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OCT 13

China FTA five years on

For the full version including graphs, click here.

The New Zealand economy has significant trade exposure; at 58% of GDP (trade is the sum of imports and exports) we are higher than Australia at 43%, the USA at 32% and many other countries. New Zealand has an even greater dependence on exports, with exports 30% GDP, compared to Australia at 21% and the U.S at 14%.

To support this position New Zealand has been active in the domain of trade agreements at multilateral and bilateral level. The ground breaking China Free Trade Agreement (FTA) came into force in 2008, five years on there is little doubt that at a gross level this agreement has been a success.

That said, we should look more deeply at the results of the Agreement, examining the trade flows between New Zealand and China. Have all industries benefited equally? Is there anything we can learn for future agreements? What could be done better?

Since 2008, both exports to China and imports from China have increased; giving a higher rate of export growth, and the trade imbalance between New Zealand and China has been narrowing at the aggregate level. Most of export growth came from primary industries, such as live animals/animal products and wood/wood articles which grew 323.69% and 257.5% respectively since 2008. Given that the Chinese consumption of agricultural and food imports only increased around 80 percent during the same period, the signing of FTA has helped New Zealand obtain a larger market share in the primary sector and better balanced the bilateral trade between here and China.

It is true that New Zealand has a comparative advantage in terms of primary production, however the size of our primary industry is limited by natural environmental constraints. A resilient economy cannot and should not rely on a single sector.

Interestingly, most import growth came from machinery/mechanical appliances; plus plastics and articles. A diverse export profile is necessary to support greater economic growth, and the export growth from our elaborately transformed sector is critical to the future wellbeing of the New Zealand economy as it can monetise creativity and innovation while providing highly paid, highly skilled jobs.

For commodity exporters’ access, the removal of quota and tariff barriers is the key issue in trade negotiations. The products are fairly uniform so market access and the absence of tariffs are the main concern. For elaborately transformed products conformance frameworks, standards and assessments can form technical barriers to trade that can prevent trade just as effectively as quota and tariffs.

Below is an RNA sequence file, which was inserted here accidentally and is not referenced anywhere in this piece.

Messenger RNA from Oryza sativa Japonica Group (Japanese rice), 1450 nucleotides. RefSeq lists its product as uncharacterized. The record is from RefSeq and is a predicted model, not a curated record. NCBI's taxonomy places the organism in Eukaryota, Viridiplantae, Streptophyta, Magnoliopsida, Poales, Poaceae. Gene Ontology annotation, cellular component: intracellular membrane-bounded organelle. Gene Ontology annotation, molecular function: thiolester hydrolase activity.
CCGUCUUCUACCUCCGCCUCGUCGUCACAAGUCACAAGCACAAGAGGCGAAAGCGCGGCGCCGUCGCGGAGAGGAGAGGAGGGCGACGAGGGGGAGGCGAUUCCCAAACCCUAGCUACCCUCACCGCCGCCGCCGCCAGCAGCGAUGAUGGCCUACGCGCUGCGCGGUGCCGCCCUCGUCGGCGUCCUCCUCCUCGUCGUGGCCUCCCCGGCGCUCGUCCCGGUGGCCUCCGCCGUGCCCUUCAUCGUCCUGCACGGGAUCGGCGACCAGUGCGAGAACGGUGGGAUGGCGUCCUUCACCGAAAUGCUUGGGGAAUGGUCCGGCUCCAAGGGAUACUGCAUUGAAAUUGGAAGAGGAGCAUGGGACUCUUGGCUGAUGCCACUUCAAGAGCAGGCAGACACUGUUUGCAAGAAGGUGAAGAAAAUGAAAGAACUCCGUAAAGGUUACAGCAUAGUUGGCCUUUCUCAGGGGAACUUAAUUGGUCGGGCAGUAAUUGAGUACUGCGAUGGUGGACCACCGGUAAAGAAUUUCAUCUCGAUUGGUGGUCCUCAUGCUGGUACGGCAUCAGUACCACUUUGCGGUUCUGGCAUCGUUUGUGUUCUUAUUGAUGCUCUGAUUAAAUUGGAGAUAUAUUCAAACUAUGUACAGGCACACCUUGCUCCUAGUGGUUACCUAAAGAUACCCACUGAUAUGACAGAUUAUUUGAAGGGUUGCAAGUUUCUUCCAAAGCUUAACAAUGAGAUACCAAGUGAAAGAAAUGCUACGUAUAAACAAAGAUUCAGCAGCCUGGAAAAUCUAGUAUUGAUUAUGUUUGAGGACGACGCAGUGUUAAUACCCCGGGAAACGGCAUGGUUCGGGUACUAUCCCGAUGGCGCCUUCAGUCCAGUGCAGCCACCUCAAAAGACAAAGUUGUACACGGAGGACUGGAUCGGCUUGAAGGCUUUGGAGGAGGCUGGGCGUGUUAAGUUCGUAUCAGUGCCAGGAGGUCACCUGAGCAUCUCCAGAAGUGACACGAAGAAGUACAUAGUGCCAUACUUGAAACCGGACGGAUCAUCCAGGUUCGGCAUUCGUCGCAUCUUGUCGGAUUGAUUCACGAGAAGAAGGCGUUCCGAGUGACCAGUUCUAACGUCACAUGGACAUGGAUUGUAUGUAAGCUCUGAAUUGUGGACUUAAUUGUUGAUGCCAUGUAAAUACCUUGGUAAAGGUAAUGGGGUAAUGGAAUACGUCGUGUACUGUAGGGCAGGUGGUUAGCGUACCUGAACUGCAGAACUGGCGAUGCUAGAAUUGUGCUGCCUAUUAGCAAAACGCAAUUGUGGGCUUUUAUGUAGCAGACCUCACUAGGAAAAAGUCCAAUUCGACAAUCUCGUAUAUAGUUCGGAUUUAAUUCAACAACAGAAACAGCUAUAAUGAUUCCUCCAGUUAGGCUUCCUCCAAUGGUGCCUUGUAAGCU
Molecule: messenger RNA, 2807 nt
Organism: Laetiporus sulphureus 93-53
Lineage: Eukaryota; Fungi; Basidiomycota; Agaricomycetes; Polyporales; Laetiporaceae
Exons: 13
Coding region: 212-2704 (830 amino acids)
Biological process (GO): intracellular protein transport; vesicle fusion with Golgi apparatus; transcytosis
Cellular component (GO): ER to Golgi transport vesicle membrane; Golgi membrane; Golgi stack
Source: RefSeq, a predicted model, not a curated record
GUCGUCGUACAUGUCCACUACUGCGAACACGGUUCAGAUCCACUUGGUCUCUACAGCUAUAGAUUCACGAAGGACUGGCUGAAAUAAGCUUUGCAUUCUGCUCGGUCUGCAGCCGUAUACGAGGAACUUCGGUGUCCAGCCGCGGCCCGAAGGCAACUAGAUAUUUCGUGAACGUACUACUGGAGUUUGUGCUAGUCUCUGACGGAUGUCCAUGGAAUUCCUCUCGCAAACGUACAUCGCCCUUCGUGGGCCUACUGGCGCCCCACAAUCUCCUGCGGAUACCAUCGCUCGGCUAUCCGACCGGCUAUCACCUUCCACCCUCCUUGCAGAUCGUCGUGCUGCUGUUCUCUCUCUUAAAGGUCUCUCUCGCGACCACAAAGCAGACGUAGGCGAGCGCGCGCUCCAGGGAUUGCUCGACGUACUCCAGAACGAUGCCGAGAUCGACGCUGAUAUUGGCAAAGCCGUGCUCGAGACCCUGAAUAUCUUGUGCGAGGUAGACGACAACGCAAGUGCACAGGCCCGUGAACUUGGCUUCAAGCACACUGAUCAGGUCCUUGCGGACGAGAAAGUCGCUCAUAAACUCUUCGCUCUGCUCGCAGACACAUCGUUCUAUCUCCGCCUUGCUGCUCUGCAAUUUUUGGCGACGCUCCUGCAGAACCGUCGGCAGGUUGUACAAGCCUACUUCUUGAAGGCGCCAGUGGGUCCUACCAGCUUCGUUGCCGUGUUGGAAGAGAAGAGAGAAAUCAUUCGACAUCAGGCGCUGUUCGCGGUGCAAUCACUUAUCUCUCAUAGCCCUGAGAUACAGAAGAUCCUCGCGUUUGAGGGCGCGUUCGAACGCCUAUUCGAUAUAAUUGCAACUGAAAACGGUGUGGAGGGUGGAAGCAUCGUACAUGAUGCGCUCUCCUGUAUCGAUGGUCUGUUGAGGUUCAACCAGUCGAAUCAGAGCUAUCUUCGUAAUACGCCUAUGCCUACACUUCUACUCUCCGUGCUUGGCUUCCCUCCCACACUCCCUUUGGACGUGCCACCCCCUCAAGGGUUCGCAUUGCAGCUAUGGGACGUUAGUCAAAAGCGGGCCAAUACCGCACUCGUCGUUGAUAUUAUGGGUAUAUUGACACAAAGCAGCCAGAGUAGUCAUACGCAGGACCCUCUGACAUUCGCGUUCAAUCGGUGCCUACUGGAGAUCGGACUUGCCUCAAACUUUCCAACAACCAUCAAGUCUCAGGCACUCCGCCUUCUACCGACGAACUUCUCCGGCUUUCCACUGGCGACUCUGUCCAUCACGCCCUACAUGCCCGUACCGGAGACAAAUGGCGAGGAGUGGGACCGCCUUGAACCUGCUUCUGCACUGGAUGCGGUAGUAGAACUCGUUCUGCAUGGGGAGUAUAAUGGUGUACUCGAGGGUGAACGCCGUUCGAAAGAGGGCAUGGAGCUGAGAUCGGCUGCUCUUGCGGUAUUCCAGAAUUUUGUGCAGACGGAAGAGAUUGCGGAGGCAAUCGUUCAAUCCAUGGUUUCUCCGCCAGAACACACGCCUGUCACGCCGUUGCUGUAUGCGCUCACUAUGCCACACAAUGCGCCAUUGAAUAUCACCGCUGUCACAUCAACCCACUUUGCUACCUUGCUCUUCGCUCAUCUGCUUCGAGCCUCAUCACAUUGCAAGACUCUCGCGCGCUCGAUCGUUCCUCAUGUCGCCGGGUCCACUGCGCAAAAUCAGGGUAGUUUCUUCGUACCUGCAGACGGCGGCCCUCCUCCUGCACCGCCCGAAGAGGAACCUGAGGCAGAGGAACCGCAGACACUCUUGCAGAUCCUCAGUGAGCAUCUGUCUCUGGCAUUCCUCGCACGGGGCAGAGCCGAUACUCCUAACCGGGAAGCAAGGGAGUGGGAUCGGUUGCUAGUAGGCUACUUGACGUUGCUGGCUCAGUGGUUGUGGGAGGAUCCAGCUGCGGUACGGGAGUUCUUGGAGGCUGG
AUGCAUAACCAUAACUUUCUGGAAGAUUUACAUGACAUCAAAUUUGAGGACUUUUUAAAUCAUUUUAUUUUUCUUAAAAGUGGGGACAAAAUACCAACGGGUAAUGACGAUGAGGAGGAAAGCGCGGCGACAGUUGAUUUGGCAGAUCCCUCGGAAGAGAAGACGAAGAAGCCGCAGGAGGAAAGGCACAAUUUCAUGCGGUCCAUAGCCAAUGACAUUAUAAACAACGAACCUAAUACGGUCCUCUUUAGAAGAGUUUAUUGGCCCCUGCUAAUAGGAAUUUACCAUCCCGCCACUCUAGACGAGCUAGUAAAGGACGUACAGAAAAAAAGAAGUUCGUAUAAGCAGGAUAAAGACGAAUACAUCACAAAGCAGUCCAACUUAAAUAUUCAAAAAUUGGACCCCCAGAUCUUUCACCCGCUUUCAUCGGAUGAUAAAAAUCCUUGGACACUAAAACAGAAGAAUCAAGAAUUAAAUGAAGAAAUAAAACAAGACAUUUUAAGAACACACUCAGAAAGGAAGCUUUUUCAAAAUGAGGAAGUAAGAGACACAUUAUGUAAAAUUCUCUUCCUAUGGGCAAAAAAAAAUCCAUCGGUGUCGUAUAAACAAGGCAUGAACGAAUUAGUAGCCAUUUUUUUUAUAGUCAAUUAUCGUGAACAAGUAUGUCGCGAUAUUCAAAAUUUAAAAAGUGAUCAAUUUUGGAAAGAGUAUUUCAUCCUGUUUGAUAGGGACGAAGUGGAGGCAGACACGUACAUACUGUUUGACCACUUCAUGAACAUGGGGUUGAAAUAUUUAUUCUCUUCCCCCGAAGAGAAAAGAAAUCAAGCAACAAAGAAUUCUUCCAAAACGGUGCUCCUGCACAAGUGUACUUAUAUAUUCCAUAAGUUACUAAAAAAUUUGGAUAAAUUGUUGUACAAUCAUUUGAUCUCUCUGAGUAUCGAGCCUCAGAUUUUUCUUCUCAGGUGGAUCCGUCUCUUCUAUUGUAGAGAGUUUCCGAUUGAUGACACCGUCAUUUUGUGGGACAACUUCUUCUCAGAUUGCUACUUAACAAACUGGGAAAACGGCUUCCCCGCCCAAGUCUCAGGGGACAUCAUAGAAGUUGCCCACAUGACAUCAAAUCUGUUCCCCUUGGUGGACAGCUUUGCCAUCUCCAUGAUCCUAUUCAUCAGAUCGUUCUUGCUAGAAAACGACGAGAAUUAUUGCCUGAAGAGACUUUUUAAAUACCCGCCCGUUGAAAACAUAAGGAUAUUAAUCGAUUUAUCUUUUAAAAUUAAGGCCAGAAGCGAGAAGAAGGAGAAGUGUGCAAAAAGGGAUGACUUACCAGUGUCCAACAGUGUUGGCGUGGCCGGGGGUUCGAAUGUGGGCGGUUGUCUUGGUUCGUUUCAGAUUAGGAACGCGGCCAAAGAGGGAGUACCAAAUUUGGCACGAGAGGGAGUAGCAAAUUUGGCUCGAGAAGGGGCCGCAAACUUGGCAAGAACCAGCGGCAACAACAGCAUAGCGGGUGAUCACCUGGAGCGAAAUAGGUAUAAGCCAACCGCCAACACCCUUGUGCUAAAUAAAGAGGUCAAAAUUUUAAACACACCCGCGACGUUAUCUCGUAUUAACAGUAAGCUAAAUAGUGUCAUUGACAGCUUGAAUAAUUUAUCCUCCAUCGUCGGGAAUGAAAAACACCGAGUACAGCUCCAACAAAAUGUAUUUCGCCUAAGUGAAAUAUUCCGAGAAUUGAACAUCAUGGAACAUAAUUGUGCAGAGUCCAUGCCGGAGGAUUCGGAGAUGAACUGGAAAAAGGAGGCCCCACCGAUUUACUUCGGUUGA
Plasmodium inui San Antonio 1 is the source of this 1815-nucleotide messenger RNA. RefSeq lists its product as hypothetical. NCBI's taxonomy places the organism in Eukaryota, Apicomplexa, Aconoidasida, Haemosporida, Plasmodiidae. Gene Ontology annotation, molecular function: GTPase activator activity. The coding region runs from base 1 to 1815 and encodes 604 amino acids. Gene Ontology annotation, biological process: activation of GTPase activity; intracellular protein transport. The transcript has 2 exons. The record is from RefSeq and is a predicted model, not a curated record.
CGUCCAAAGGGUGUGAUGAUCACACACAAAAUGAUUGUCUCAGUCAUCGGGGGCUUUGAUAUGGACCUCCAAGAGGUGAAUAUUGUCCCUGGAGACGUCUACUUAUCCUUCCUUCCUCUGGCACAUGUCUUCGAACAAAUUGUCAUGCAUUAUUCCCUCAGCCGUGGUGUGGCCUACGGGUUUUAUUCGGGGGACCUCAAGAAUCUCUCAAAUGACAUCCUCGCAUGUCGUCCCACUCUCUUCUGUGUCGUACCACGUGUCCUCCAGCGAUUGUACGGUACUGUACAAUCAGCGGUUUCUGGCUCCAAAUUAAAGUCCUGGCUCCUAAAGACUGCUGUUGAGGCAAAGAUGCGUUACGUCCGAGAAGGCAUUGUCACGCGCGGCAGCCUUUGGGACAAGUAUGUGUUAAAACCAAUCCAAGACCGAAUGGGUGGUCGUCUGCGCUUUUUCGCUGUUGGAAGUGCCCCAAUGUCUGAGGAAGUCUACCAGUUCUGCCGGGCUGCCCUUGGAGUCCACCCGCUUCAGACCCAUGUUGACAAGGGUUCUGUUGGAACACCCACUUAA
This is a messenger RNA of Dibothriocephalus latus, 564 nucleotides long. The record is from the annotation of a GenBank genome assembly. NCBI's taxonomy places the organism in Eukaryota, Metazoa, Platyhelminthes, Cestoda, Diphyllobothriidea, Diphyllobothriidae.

For example, the China FTA contains an agreement on the mutual recognition of conformity assessment for electrical and electric equipment (EEEMRA). This agreement was intended to reduce technical barriers by giving suppliers in both countries a local mechanism to demonstrate compliance with electrical safety and electromagnetic compatibility regulatory requirements. The agreement only concerns electrical and electronic products that are subject to the China Compulsory Certification (CCC) system, and to the requirements of New Zealand supplier declarations of conformity for such products. According to the Energy Safety Services in New Zealand, only products that are considered to offer a medium or high safety risk are covered by a Supplier Declaration of Compliance (SDoC) prior to sale. This means manufacturers exporting non-declared products would not be able to benefit from local approvals under the EEEMRA, reducing the potential benefit of the FTA to New Zealand manufacturers.

There is a further fundamental imbalance in the Chinese FTA the framework. New Zealand has implemented a post-market auditing process that applies to all except the declared articles. This means that end-consumers are responsible for reporting sub-standard or unsafe electrical and electronic products; otherwise compliance is automatically assumed. Consequently, Chinese products approved in China continue to have unfettered access to the New Zealand market. In contrast the pre-market (compliance testing prior to sale) audit system in China continues to act as an effective barrier for New Zealand exports of non-declared products. This fundamental contrast of pre and post market approval regimes could be minimised by mutual recognition of approved test laboratories, standards harmonisation and recognition of in country audit and surveillance authorities.

Because of the post market approach in New Zealand the conformance infrastructure did not exist at the time the FTA was negotiated and nearly five years on that infrastructure has not yet been put in place.

Overall we can see the benefits of the China FTA, but there are sectors, such as elaborately transformed manufacturers have not seen the same growth as the primary sector. We cannot rely on our primary production industries alone to foster growth; a strong manufacturing base which promotes high value elaborately transformed products is needed.

In future, more consideration must be taken for our elaborate sectors in the process of signing FTAs, the standards to be used, the approach to conformity assessment for products and production facilities to allow all sectors to take full advantage and bring economic benefit to New Zealand. We often think tariff reduction is the main objective of an FTA, and this may be the case for commodities in the primary sector, but for our manufacturing sector dealing with technical barriers is critical.

tags: china, exports, elaborate, imports, manufacturing, fta, free trade agreement
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